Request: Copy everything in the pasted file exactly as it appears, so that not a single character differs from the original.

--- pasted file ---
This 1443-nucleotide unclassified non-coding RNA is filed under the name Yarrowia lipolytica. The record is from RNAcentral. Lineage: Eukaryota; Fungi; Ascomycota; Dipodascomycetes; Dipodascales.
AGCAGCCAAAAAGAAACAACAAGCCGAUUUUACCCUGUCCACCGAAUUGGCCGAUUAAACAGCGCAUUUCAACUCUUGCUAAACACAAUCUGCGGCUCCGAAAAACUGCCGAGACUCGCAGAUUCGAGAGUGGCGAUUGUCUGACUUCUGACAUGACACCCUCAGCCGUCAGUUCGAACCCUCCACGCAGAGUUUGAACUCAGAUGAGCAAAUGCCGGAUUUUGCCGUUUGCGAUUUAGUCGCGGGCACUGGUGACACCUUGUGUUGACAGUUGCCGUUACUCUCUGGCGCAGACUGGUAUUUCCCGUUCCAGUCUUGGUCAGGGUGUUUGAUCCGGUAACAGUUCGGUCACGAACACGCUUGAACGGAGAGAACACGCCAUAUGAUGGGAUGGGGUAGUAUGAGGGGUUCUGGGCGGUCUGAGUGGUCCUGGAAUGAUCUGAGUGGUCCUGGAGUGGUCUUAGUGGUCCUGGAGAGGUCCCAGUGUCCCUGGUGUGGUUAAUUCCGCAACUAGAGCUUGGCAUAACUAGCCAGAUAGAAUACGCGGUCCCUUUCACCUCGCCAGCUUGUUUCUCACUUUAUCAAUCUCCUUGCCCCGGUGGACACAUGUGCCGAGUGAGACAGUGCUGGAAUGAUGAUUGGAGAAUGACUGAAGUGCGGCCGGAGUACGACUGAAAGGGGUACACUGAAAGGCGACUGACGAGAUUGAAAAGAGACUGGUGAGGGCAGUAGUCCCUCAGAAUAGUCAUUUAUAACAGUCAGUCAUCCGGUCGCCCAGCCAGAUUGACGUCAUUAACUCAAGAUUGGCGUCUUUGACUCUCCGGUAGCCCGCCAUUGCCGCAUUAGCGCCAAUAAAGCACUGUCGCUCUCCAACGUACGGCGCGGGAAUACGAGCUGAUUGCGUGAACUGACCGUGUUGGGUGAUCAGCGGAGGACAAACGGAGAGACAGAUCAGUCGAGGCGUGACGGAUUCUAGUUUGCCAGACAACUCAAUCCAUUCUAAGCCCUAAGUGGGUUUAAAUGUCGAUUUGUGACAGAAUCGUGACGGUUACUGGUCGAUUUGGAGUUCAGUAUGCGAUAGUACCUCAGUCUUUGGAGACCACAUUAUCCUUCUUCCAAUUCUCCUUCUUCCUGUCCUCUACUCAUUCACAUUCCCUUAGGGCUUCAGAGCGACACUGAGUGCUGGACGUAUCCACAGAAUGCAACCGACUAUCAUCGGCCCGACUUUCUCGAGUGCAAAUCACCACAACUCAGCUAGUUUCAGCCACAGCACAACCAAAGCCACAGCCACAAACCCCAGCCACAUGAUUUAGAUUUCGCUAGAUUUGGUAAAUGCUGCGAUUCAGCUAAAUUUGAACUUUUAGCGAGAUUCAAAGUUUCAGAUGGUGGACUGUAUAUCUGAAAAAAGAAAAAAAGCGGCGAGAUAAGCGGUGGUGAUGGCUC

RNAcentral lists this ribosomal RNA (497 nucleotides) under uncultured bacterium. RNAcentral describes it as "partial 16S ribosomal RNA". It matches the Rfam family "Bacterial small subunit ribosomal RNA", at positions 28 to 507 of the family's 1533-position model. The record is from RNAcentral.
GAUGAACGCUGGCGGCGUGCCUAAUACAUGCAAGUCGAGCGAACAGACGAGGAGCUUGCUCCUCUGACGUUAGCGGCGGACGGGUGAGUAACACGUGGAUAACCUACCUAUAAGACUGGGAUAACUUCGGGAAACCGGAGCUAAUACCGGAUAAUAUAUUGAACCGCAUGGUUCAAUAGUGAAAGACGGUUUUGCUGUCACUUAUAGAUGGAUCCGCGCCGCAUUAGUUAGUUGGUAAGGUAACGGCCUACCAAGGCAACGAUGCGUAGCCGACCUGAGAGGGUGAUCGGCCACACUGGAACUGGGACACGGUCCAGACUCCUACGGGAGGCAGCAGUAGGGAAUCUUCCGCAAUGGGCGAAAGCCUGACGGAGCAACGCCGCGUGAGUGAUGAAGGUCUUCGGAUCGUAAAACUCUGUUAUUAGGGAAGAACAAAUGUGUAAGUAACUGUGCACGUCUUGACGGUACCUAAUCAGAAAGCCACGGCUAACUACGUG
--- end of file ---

This 1443-nucleotide unclassified non-coding RNA is filed under the name Yarrowia lipolytica. The record is from RNAcentral. Lineage: Eukaryota; Fungi; Ascomycota; Dipodascomycetes; Dipodascales.
AGCAGCCAAAAAGAAACAACAAGCCGAUUUUACCCUGUCCACCGAAUUGGCCGAUUAAACAGCGCAUUUCAACUCUUGCUAAACACAAUCUGCGGCUCCGAAAAACUGCCGAGACUCGCAGAUUCGAGAGUGGCGAUUGUCUGACUUCUGACAUGACACCCUCAGCCGUCAGUUCGAACCCUCCACGCAGAGUUUGAACUCAGAUGAGCAAAUGCCGGAUUUUGCCGUUUGCGAUUUAGUCGCGGGCACUGGUGACACCUUGUGUUGACAGUUGCCGUUACUCUCUGGCGCAGACUGGUAUUUCCCGUUCCAGUCUUGGUCAGGGUGUUUGAUCCGGUAACAGUUCGGUCACGAACACGCUUGAACGGAGAGAACACGCCAUAUGAUGGGAUGGGGUAGUAUGAGGGGUUCUGGGCGGUCUGAGUGGUCCUGGAAUGAUCUGAGUGGUCCUGGAGUGGUCUUAGUGGUCCUGGAGAGGUCCCAGUGUCCCUGGUGUGGUUAAUUCCGCAACUAGAGCUUGGCAUAACUAGCCAGAUAGAAUACGCGGUCCCUUUCACCUCGCCAGCUUGUUUCUCACUUUAUCAAUCUCCUUGCCCCGGUGGACACAUGUGCCGAGUGAGACAGUGCUGGAAUGAUGAUUGGAGAAUGACUGAAGUGCGGCCGGAGUACGACUGAAAGGGGUACACUGAAAGGCGACUGACGAGAUUGAAAAGAGACUGGUGAGGGCAGUAGUCCCUCAGAAUAGUCAUUUAUAACAGUCAGUCAUCCGGUCGCCCAGCCAGAUUGACGUCAUUAACUCAAGAUUGGCGUCUUUGACUCUCCGGUAGCCCGCCAUUGCCGCAUUAGCGCCAAUAAAGCACUGUCGCUCUCCAACGUACGGCGCGGGAAUACGAGCUGAUUGCGUGAACUGACCGUGUUGGGUGAUCAGCGGAGGACAAACGGAGAGACAGAUCAGUCGAGGCGUGACGGAUUCUAGUUUGCCAGACAACUCAAUCCAUUCUAAGCCCUAAGUGGGUUUAAAUGUCGAUUUGUGACAGAAUCGUGACGGUUACUGGUCGAUUUGGAGUUCAGUAUGCGAUAGUACCUCAGUCUUUGGAGACCACAUUAUCCUUCUUCCAAUUCUCCUUCUUCCUGUCCUCUACUCAUUCACAUUCCCUUAGGGCUUCAGAGCGACACUGAGUGCUGGACGUAUCCACAGAAUGCAACCGACUAUCAUCGGCCCGACUUUCUCGAGUGCAAAUCACCACAACUCAGCUAGUUUCAGCCACAGCACAACCAAAGCCACAGCCACAAACCCCAGCCACAUGAUUUAGAUUUCGCUAGAUUUGGUAAAUGCUGCGAUUCAGCUAAAUUUGAACUUUUAGCGAGAUUCAAAGUUUCAGAUGGUGGACUGUAUAUCUGAAAAAAGAAAAAAAGCGGCGAGAUAAGCGGUGGUGAUGGCUC

RNAcentral lists this ribosomal RNA (497 nucleotides) under uncultured bacterium. RNAcentral describes it as "partial 16S ribosomal RNA". It matches the Rfam family "Bacterial small subunit ribosomal RNA", at positions 28 to 507 of the family's 1533-position model. The record is from RNAcentral.
GAUGAACGCUGGCGGCGUGCCUAAUACAUGCAAGUCGAGCGAACAGACGAGGAGCUUGCUCCUCUGACGUUAGCGGCGGACGGGUGAGUAACACGUGGAUAACCUACCUAUAAGACUGGGAUAACUUCGGGAAACCGGAGCUAAUACCGGAUAAUAUAUUGAACCGCAUGGUUCAAUAGUGAAAGACGGUUUUGCUGUCACUUAUAGAUGGAUCCGCGCCGCAUUAGUUAGUUGGUAAGGUAACGGCCUACCAAGGCAACGAUGCGUAGCCGACCUGAGAGGGUGAUCGGCCACACUGGAACUGGGACACGGUCCAGACUCCUACGGGAGGCAGCAGUAGGGAAUCUUCCGCAAUGGGCGAAAGCCUGACGGAGCAACGCCGCGUGAGUGAUGAAGGUCUUCGGAUCGUAAAACUCUGUUAUUAGGGAAGAACAAAUGUGUAAGUAACUGUGCACGUCUUGACGGUACCUAAUCAGAAAGCCACGGCUAACUACGUG